The bushfire crisis is terrifying, but female leaders are creating hope

The bushfire crisis is terrifying, but female leaders are creating hope

bushfire crisis
Ringing in the new year was by far the most somber I’ve ever experienced, as image after image of the bushfire crisis rolled in. Devastation gripping the south coast, Victoria and beyond.

Our family home in the Batemans Bay suburb of Lilli Pilli was under threat, with fires drawing ever-nearer on either side. The beautiful, community-oriented village of Mogo, where I’d spent long Summer days since before I could remember, was utterly decimated. In its place stood a blood-red ghost town. A wasteland of  despair.

At nine months pregnant I wasn’t excited about the future, I was scared of it.

But over recent days my mood has shifted to one more hopeful, and there’s a reason for it. Australians are not alone. Our communities are united. And, in the absence of any semblance of leadership from our Prime Minister, several exceptional women are taking charge and leading us through an increasingly desperate situation.

NSW Premier, Gladys Berejiklian has maintained a constant presence at RFS headquarters over the past week, only deviating to update the public on latest developments or meeting with communities directly impacted by the inferno.

She hasn’t sought to diminish the severity or breadth of the crisis, but her steady hand and clear, compassionate voice has been vital during a period of mass panic.

Former Labor NSW Premier, Kristina Keneally put it best when she tweeted yesterday that despite being on “different sides of politics” she revered the Liberal Premier’s quick response and leadership. Hard to imagine any current male leaders putting politics aside to share the same sentiment.

As well as Berejiklian of course, other female leaders have been pivotal during this now national emergency. Bega Valley Mayor, Kristy McBain has been at the fire front for days. She’s held emergency meetings across Bega Valley, Eden and Bermagui, relaying critical information to her constituents and soothing terrified families.

Unlike our Prime Minister, who made the seriously baffling decision to holiday in Hawaii during the midst of the crisis, as well as David Elliott, the Emergency Services Minister who also embarked on a personal trip to Europe, Kristy McBain postponed her beach holiday with family to stay at the frontline.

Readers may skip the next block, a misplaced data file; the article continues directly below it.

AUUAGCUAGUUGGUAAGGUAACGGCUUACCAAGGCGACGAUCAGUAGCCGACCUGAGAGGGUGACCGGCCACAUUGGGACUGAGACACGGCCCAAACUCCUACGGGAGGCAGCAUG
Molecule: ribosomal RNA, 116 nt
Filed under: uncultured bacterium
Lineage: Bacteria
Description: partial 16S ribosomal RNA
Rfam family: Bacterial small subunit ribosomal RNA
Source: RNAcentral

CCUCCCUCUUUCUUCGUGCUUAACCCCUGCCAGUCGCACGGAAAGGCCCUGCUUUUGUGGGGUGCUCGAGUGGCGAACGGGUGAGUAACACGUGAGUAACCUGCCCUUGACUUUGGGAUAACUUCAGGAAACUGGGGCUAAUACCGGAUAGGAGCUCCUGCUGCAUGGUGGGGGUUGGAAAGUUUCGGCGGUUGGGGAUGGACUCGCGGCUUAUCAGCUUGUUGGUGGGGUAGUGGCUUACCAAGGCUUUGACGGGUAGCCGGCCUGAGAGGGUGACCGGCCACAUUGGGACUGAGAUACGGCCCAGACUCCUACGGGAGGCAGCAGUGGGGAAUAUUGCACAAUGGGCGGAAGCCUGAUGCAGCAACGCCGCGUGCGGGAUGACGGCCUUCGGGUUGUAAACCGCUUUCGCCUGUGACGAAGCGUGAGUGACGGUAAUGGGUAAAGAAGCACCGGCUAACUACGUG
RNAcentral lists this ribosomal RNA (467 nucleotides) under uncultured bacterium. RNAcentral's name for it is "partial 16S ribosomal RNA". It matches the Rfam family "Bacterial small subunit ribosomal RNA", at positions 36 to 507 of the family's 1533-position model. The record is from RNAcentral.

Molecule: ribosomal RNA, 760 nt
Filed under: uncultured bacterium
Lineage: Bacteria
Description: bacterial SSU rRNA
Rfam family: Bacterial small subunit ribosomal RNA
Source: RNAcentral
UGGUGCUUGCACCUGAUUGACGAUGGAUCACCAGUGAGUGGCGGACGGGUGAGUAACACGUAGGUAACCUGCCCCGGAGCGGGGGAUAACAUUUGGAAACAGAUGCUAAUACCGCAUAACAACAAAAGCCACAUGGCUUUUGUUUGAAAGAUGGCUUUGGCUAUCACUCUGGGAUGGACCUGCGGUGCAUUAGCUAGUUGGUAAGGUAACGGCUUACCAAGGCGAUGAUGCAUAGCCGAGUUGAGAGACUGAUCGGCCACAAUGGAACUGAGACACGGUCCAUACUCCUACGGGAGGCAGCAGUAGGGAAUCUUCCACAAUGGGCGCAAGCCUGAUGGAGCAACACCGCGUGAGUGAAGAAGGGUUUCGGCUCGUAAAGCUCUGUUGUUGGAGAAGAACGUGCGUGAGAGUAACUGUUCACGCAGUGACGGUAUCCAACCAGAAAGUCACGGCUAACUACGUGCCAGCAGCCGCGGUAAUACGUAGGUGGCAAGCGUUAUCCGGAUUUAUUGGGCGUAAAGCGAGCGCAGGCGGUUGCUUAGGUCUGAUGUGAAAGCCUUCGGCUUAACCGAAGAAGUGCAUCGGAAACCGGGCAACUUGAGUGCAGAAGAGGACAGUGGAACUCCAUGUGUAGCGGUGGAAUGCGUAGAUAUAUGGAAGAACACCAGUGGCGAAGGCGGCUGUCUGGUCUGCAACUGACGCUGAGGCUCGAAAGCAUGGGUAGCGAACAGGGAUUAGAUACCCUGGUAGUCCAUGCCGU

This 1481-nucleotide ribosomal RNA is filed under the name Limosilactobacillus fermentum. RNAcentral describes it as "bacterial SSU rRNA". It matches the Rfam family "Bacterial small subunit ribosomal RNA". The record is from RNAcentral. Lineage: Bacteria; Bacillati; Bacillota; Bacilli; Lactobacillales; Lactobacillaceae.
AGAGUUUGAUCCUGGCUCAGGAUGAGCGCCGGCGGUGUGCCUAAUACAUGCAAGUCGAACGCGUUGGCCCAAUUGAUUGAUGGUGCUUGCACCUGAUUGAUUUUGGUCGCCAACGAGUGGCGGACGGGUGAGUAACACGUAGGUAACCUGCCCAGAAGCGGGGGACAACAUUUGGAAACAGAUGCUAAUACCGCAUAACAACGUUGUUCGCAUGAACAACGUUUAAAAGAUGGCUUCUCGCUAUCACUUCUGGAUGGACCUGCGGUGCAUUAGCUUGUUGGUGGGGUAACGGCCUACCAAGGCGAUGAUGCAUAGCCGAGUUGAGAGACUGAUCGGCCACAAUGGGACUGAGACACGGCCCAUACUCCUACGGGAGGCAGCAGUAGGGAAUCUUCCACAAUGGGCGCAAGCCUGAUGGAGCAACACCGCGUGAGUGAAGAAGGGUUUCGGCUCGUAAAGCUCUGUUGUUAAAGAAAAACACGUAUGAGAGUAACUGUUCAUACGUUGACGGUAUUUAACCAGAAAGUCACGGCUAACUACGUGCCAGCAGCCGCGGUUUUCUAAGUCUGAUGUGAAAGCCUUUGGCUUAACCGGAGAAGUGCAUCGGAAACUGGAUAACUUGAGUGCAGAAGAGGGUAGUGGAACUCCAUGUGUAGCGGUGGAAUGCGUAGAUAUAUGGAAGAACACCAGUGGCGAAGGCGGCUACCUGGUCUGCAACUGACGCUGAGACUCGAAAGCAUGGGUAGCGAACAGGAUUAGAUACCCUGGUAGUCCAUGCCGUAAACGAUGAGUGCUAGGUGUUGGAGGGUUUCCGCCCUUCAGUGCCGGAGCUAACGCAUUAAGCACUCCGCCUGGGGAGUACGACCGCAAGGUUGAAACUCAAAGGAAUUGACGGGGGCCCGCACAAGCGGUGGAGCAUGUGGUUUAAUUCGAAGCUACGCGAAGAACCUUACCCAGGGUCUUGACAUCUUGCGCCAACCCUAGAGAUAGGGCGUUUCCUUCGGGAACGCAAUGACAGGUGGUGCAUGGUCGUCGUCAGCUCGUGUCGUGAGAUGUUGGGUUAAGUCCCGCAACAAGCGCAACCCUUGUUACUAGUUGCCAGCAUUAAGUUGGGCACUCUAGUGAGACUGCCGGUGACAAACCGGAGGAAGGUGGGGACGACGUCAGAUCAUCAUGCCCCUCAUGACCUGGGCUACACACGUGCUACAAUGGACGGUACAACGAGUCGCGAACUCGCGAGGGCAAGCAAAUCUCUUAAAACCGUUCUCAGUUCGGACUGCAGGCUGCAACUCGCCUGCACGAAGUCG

She’s called on the Morrison government to open up the chequebooks and supply necessary resources; in particular requesting more generators and aircraft support.

During a community meeting in Eden, she assured residents that they would not be forgotten.

“We are speaking to state and federal counterparts. That is part of the emergency operation that is taking place behind the scenes. My priority is with this community, it is with you,” she added.

At all times, McBain’s words have been backed by action. Others in higher roles should whip out their pens and start taking notes.

And while they’re at it, they should speak to Celeste Barber.

The Aussie comedian has used her dominant platform and influence to lead a fundraising effort that’s so far brought in a mammoth $25 million for the Rural Fire Service.

Sharing a picture of her mother in law’s fire ravaged home on social media, Barber launched a campaign and implored her Facebook followers to donate. By 11am on Sunday, more than $19.5 million had been raised, with more than 400,000 individual donations.

Other celebrities (principally women) have used their platforms to get the message out or announce financial support.

Singer, Pink pledged $500,000 to the crisis, as did Nicole Kidman and husband Keith Urban.

Ash Barty announced that all prize winnings she earns from the Brisbane International will also be donated to Red Cross relief efforts– a possible $360,000 if she wins the tournament.

No doubt there is a long way to go. Fighting the remaining fires and then rebuilding, will take decades. We should get used to the idea that Australia will never be the same.

But, in the midst of desperation, we should also take solace in the kind of leadership and community goodwill which has stemmed from profound tragedy. We are not alone. Thanks largely to a number of brave women who know implicitly how to lead.

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